Personally, I would always err on the side of caution. Always check the ingredients listed on the side of the packaging. Many manufacturers now embolden the allergens in their ingredients lists.

If you are buying unpackaged foods at a delicatessen or at a food counter in a supermarket you must ask. Most stores and shops will now have an allergen book at the back of the shop or behind the counter. The book will list all the ingredients in that product and should highlight any allergens such as lactose, milk, whey etc. The staff should not mind looking for you, so do ask. If they don’t have the information, if you cannot determine the ingredients then consider avoiding that product.

For some, where symptoms are mild discomfort, then reducing the quantity of that particular food in your diet may be enough; or reducing the frequency with which you consume it. Perhaps changing something that you eat every day to a twice weekly treat may bring the symptoms back under control.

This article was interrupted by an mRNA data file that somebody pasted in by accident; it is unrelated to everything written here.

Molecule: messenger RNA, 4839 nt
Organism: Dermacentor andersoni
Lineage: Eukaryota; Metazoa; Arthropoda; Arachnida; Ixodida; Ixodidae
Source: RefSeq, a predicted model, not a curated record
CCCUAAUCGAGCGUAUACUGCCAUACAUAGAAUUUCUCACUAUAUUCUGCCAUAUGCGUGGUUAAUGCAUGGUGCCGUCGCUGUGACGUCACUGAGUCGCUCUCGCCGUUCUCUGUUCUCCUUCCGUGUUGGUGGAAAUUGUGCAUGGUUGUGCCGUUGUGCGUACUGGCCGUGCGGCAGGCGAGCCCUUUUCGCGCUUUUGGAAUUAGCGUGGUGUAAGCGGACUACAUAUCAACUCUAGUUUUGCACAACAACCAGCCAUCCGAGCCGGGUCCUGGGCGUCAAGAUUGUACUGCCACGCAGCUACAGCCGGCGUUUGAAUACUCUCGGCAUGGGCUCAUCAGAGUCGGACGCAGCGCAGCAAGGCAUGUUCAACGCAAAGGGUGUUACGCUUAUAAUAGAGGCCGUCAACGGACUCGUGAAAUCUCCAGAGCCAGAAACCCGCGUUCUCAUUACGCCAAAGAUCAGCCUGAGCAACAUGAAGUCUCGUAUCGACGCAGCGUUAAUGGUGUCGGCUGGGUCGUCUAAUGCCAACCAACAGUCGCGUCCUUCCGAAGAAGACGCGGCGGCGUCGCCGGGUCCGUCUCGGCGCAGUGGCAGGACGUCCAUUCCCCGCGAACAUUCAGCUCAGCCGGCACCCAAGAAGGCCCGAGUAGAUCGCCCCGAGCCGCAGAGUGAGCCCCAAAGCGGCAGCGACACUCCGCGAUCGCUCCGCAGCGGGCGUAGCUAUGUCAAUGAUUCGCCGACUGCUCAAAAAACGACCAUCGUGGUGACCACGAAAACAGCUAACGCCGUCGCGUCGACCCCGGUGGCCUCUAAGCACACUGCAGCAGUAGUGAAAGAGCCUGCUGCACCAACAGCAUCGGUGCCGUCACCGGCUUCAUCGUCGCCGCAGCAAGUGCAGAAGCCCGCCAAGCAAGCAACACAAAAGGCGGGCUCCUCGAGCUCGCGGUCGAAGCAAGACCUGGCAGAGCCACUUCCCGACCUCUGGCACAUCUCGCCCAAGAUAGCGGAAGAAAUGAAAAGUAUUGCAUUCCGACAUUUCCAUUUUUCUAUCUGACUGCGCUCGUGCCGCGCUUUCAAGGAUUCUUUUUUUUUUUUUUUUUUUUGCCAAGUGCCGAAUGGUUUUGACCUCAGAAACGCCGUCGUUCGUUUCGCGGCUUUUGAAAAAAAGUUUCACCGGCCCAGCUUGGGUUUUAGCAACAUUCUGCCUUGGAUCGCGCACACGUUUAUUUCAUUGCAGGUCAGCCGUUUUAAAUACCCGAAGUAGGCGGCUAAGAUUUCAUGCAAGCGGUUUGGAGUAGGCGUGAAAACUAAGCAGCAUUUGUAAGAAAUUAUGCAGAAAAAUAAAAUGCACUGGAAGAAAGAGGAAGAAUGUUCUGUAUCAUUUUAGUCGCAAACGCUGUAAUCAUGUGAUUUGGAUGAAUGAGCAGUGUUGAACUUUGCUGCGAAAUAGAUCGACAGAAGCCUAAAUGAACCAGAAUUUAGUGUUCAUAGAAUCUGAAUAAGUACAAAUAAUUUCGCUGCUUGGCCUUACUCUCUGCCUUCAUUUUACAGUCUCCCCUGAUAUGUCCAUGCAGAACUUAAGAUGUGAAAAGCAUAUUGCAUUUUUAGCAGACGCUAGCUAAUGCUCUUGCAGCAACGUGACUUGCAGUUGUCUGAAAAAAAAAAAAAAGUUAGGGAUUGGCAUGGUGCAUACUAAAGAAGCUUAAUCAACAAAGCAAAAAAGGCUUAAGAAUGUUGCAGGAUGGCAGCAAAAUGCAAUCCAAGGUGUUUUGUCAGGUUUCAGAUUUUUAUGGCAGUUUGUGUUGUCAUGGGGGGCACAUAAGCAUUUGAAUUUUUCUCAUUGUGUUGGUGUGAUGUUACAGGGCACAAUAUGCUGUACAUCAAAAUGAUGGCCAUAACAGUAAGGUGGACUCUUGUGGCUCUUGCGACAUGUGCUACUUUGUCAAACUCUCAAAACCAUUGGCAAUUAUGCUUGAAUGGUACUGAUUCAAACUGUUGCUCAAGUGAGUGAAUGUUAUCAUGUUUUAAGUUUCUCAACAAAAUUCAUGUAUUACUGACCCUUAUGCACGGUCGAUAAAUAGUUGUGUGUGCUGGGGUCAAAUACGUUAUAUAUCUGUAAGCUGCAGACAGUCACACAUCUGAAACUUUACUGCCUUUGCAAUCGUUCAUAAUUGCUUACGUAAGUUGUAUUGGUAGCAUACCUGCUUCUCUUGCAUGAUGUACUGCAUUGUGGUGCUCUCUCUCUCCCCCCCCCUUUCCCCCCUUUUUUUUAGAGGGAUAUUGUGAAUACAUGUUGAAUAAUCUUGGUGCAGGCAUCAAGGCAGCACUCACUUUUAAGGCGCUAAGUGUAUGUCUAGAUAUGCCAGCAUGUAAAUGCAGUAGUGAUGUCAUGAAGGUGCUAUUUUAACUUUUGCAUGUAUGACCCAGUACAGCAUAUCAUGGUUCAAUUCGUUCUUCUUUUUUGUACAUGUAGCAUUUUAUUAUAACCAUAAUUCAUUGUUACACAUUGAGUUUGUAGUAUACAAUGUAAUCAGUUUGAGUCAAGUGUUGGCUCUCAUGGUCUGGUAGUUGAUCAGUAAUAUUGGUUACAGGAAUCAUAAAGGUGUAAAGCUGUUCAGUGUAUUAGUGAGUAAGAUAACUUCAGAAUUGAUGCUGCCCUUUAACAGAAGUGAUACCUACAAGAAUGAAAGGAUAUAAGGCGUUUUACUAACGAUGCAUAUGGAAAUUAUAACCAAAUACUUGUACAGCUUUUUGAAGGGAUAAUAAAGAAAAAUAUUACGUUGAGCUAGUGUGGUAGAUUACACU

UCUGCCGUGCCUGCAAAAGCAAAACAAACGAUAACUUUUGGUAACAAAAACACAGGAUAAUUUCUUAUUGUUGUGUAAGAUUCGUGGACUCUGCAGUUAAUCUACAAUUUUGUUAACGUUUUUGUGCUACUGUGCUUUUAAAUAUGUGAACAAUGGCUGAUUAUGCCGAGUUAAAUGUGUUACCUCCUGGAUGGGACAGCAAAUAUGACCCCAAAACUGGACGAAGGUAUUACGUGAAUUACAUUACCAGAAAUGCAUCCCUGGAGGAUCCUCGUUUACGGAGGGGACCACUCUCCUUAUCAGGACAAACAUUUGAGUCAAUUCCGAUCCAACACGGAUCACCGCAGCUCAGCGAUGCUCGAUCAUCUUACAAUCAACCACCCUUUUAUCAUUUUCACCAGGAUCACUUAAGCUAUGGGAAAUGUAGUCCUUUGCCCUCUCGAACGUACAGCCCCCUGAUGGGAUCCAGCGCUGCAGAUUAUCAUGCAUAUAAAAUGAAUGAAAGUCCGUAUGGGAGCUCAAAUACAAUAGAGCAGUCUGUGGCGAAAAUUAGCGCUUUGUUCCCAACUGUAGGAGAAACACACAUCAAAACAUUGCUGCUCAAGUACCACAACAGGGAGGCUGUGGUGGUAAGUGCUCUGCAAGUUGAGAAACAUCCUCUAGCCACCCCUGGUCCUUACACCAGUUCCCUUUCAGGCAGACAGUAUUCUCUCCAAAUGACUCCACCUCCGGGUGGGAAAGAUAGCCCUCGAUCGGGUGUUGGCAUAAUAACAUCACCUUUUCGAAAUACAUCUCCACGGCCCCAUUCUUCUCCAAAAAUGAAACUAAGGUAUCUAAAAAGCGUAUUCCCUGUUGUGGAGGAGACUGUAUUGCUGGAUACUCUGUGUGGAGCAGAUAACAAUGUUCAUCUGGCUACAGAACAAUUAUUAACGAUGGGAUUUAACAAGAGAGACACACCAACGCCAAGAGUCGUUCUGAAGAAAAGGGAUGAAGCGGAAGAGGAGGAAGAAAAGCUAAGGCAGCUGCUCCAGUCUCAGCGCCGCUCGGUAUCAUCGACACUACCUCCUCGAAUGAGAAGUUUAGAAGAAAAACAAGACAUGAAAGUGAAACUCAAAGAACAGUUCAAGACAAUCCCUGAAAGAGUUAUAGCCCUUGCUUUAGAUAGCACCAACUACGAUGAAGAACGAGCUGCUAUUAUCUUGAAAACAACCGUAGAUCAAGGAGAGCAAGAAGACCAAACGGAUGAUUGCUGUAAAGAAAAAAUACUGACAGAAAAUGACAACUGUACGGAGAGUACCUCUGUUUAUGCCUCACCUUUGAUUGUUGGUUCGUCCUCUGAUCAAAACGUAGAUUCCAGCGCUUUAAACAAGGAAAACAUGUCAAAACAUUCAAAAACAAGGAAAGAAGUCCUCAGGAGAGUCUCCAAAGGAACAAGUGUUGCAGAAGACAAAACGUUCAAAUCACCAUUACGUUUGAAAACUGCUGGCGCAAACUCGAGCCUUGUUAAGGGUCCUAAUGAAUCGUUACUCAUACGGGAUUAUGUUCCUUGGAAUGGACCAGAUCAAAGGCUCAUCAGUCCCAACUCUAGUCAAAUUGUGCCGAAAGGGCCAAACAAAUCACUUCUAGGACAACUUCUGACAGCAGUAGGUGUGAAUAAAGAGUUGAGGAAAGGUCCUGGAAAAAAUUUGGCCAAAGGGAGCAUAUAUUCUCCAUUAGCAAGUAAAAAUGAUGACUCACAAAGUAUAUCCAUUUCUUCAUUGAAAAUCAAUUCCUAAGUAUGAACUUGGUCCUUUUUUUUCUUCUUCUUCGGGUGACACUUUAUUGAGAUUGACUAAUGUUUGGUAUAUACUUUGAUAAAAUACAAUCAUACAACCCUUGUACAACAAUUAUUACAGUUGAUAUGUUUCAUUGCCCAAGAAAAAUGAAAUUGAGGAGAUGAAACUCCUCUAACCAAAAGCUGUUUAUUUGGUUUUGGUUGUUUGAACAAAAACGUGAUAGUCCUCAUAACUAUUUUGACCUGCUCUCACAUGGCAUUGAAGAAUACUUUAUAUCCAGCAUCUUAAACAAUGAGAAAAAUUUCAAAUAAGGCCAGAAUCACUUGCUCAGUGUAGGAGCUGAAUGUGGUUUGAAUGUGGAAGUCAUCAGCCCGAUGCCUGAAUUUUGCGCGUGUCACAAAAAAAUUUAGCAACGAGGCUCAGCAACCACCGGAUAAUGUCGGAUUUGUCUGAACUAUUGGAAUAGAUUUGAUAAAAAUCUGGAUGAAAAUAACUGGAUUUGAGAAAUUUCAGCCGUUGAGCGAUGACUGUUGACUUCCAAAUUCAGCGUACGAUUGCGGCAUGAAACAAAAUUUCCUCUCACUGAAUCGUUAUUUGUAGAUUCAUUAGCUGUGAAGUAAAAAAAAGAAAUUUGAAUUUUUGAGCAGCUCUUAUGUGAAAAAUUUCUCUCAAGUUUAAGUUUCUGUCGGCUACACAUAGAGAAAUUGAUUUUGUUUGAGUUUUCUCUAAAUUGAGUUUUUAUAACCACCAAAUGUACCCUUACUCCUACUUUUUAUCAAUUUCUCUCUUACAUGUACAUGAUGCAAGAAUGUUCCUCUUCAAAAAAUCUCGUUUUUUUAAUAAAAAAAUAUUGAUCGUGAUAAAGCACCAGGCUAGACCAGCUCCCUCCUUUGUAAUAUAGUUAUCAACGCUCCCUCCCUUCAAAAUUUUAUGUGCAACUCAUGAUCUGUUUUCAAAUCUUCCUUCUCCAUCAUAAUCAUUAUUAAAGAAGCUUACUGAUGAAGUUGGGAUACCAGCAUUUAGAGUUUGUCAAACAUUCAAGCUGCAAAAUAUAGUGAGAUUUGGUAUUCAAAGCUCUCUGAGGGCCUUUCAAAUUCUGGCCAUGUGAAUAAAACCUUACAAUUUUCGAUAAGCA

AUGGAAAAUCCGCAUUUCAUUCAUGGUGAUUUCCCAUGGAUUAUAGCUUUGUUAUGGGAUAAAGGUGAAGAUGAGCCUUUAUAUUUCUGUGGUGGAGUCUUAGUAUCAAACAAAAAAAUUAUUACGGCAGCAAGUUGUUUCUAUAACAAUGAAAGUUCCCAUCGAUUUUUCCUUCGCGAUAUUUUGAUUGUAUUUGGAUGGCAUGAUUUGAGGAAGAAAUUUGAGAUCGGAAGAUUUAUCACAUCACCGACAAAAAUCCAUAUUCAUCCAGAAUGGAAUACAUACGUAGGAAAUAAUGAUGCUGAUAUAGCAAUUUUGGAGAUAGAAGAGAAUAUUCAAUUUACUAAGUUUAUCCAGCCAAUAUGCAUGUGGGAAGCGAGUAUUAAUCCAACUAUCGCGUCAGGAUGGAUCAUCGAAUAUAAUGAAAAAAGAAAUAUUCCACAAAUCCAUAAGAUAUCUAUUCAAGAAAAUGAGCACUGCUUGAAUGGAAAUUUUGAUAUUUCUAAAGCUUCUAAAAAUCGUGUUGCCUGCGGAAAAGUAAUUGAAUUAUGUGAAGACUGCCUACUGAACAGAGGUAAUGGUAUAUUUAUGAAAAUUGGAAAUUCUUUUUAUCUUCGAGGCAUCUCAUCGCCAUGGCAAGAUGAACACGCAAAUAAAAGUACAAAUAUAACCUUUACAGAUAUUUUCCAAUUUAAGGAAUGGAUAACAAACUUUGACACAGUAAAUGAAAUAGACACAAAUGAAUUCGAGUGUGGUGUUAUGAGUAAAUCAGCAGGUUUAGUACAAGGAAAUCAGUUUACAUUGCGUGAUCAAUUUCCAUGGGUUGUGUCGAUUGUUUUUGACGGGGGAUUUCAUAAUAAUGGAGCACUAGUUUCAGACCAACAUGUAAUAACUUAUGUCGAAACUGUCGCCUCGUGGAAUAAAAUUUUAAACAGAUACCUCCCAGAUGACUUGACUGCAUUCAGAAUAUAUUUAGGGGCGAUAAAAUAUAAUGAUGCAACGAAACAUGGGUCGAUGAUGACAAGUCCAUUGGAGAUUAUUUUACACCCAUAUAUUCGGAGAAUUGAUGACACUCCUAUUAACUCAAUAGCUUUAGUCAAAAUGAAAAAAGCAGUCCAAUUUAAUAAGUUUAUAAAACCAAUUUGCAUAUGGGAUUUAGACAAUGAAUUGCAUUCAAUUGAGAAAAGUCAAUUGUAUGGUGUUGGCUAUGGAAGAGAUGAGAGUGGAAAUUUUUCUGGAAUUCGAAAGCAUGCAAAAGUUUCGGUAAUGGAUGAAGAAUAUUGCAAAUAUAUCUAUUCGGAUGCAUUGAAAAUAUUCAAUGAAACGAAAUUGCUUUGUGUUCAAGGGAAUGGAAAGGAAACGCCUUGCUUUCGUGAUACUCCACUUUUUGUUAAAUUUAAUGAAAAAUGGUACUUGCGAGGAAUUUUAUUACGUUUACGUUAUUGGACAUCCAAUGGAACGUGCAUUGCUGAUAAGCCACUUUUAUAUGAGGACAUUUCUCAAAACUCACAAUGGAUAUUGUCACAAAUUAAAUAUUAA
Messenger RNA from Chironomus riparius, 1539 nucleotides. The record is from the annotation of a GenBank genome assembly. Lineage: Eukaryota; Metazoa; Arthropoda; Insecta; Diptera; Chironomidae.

For others though, complete avoidance is the only solution.

Moving on

We hope that this brief introduction to lactose intolerance has helped in some small way. Understanding that lactose and lactic acid are not the same thing is a start. Lactose is the bad guy whilst lactic acid should not cause a problem; and is in fact found in many non-dairy products.

Recognise the foods that are a problem for you and either eliminate them totally or reduce their intake. There are so many dairy free or lactose free foods available nowadays.  I have said for many years that I eat better and so much healthier foods now, knowing that I have a lactose intolerance than I ever did before.

Indications of lactose intolerance vary from person to person, from mild discomfort to severe cramps, bloating and worse. It helps to make a mental note of when you feel “ill” and to then ask yourself “what have I eaten today?” some people keep a daily notebook of the food they have eaten and how they feel. With time you will see a pattern develop. These may be the foods to remove from your diet or at least consider eating less of it.

Of course, if you suspect you have a dietary problem that might seriously impact on your health then you must seek expert medical advice. Many doctors are now more aware of how certain foods can affect certain individuals.

You will find more information on lactose intolerance in other articles produced by The Allergy Cook and we wish you good health in the future.